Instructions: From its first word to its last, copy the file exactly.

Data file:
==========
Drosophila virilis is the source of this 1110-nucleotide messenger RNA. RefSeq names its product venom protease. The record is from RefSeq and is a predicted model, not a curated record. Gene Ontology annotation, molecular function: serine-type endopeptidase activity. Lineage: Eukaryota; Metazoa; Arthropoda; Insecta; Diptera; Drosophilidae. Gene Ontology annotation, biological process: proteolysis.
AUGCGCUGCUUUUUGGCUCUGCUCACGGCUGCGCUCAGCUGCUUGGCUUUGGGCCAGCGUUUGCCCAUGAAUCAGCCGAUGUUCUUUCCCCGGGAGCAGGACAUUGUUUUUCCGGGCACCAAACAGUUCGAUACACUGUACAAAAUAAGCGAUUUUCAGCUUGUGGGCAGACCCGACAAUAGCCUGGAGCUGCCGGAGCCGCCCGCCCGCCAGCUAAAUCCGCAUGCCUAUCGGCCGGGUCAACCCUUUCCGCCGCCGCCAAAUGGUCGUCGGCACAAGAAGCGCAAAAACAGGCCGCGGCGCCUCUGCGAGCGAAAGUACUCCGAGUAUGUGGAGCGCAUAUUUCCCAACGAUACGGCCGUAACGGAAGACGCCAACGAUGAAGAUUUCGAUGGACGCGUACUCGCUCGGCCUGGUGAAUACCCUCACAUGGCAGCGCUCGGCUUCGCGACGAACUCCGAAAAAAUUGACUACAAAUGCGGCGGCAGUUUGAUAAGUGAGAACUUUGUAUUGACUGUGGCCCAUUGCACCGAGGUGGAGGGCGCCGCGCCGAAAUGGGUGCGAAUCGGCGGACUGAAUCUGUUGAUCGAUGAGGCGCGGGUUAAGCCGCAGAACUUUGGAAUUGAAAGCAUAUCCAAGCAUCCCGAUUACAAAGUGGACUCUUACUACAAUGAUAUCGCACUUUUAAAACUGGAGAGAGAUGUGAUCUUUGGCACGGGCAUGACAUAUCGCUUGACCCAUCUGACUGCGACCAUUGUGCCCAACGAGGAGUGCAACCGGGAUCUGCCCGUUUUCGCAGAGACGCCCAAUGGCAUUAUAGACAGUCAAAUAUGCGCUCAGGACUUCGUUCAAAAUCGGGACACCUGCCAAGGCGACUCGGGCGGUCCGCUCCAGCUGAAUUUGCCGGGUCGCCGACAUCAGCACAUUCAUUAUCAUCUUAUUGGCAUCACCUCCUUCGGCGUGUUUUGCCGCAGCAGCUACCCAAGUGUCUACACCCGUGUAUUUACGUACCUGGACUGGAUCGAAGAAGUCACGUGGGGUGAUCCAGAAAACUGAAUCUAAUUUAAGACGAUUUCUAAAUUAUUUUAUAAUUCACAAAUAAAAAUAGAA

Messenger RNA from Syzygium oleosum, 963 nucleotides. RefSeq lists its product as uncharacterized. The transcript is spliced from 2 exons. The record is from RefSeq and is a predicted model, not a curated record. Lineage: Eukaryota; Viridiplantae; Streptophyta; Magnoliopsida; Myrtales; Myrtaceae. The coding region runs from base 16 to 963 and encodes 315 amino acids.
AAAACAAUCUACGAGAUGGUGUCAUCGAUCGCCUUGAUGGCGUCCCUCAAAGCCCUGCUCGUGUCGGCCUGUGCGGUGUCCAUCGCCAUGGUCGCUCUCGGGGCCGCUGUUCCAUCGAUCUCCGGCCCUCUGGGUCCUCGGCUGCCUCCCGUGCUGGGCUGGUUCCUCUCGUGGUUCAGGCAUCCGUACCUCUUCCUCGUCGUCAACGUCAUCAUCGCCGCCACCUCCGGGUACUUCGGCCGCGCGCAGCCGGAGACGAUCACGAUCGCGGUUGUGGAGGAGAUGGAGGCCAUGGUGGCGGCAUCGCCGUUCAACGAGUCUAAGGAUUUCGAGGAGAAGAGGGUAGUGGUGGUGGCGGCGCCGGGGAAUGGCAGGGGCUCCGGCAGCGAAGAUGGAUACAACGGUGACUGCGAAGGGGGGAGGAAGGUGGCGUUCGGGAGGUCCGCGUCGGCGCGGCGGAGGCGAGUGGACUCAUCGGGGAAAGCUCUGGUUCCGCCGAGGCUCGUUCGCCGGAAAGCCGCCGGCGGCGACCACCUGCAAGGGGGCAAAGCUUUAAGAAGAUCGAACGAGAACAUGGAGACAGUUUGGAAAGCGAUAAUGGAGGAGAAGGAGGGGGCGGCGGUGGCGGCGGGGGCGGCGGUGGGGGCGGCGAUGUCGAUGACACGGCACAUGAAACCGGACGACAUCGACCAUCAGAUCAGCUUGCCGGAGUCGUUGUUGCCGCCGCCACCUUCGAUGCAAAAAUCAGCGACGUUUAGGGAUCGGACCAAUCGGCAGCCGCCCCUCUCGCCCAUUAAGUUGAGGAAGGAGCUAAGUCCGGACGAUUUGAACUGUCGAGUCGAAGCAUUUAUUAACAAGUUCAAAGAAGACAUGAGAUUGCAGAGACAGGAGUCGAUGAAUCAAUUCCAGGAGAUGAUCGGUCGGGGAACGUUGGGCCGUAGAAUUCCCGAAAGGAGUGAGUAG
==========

Drosophila virilis is the source of this 1110-nucleotide messenger RNA. RefSeq names its product venom protease. The record is from RefSeq and is a predicted model, not a curated record. Gene Ontology annotation, molecular function: serine-type endopeptidase activity. Lineage: Eukaryota; Metazoa; Arthropoda; Insecta; Diptera; Drosophilidae. Gene Ontology annotation, biological process: proteolysis.
AUGCGCUGCUUUUUGGCUCUGCUCACGGCUGCGCUCAGCUGCUUGGCUUUGGGCCAGCGUUUGCCCAUGAAUCAGCCGAUGUUCUUUCCCCGGGAGCAGGACAUUGUUUUUCCGGGCACCAAACAGUUCGAUACACUGUACAAAAUAAGCGAUUUUCAGCUUGUGGGCAGACCCGACAAUAGCCUGGAGCUGCCGGAGCCGCCCGCCCGCCAGCUAAAUCCGCAUGCCUAUCGGCCGGGUCAACCCUUUCCGCCGCCGCCAAAUGGUCGUCGGCACAAGAAGCGCAAAAACAGGCCGCGGCGCCUCUGCGAGCGAAAGUACUCCGAGUAUGUGGAGCGCAUAUUUCCCAACGAUACGGCCGUAACGGAAGACGCCAACGAUGAAGAUUUCGAUGGACGCGUACUCGCUCGGCCUGGUGAAUACCCUCACAUGGCAGCGCUCGGCUUCGCGACGAACUCCGAAAAAAUUGACUACAAAUGCGGCGGCAGUUUGAUAAGUGAGAACUUUGUAUUGACUGUGGCCCAUUGCACCGAGGUGGAGGGCGCCGCGCCGAAAUGGGUGCGAAUCGGCGGACUGAAUCUGUUGAUCGAUGAGGCGCGGGUUAAGCCGCAGAACUUUGGAAUUGAAAGCAUAUCCAAGCAUCCCGAUUACAAAGUGGACUCUUACUACAAUGAUAUCGCACUUUUAAAACUGGAGAGAGAUGUGAUCUUUGGCACGGGCAUGACAUAUCGCUUGACCCAUCUGACUGCGACCAUUGUGCCCAACGAGGAGUGCAACCGGGAUCUGCCCGUUUUCGCAGAGACGCCCAAUGGCAUUAUAGACAGUCAAAUAUGCGCUCAGGACUUCGUUCAAAAUCGGGACACCUGCCAAGGCGACUCGGGCGGUCCGCUCCAGCUGAAUUUGCCGGGUCGCCGACAUCAGCACAUUCAUUAUCAUCUUAUUGGCAUCACCUCCUUCGGCGUGUUUUGCCGCAGCAGCUACCCAAGUGUCUACACCCGUGUAUUUACGUACCUGGACUGGAUCGAAGAAGUCACGUGGGGUGAUCCAGAAAACUGAAUCUAAUUUAAGACGAUUUCUAAAUUAUUUUAUAAUUCACAAAUAAAAAUAGAA

Messenger RNA from Syzygium oleosum, 963 nucleotides. RefSeq lists its product as uncharacterized. The transcript is spliced from 2 exons. The record is from RefSeq and is a predicted model, not a curated record. Lineage: Eukaryota; Viridiplantae; Streptophyta; Magnoliopsida; Myrtales; Myrtaceae. The coding region runs from base 16 to 963 and encodes 315 amino acids.
AAAACAAUCUACGAGAUGGUGUCAUCGAUCGCCUUGAUGGCGUCCCUCAAAGCCCUGCUCGUGUCGGCCUGUGCGGUGUCCAUCGCCAUGGUCGCUCUCGGGGCCGCUGUUCCAUCGAUCUCCGGCCCUCUGGGUCCUCGGCUGCCUCCCGUGCUGGGCUGGUUCCUCUCGUGGUUCAGGCAUCCGUACCUCUUCCUCGUCGUCAACGUCAUCAUCGCCGCCACCUCCGGGUACUUCGGCCGCGCGCAGCCGGAGACGAUCACGAUCGCGGUUGUGGAGGAGAUGGAGGCCAUGGUGGCGGCAUCGCCGUUCAACGAGUCUAAGGAUUUCGAGGAGAAGAGGGUAGUGGUGGUGGCGGCGCCGGGGAAUGGCAGGGGCUCCGGCAGCGAAGAUGGAUACAACGGUGACUGCGAAGGGGGGAGGAAGGUGGCGUUCGGGAGGUCCGCGUCGGCGCGGCGGAGGCGAGUGGACUCAUCGGGGAAAGCUCUGGUUCCGCCGAGGCUCGUUCGCCGGAAAGCCGCCGGCGGCGACCACCUGCAAGGGGGCAAAGCUUUAAGAAGAUCGAACGAGAACAUGGAGACAGUUUGGAAAGCGAUAAUGGAGGAGAAGGAGGGGGCGGCGGUGGCGGCGGGGGCGGCGGUGGGGGCGGCGAUGUCGAUGACACGGCACAUGAAACCGGACGACAUCGACCAUCAGAUCAGCUUGCCGGAGUCGUUGUUGCCGCCGCCACCUUCGAUGCAAAAAUCAGCGACGUUUAGGGAUCGGACCAAUCGGCAGCCGCCCCUCUCGCCCAUUAAGUUGAGGAAGGAGCUAAGUCCGGACGAUUUGAACUGUCGAGUCGAAGCAUUUAUUAACAAGUUCAAAGAAGACAUGAGAUUGCAGAGACAGGAGUCGAUGAAUCAAUUCCAGGAGAUGAUCGGUCGGGGAACGUUGGGCCGUAGAAUUCCCGAAAGGAGUGAGUAG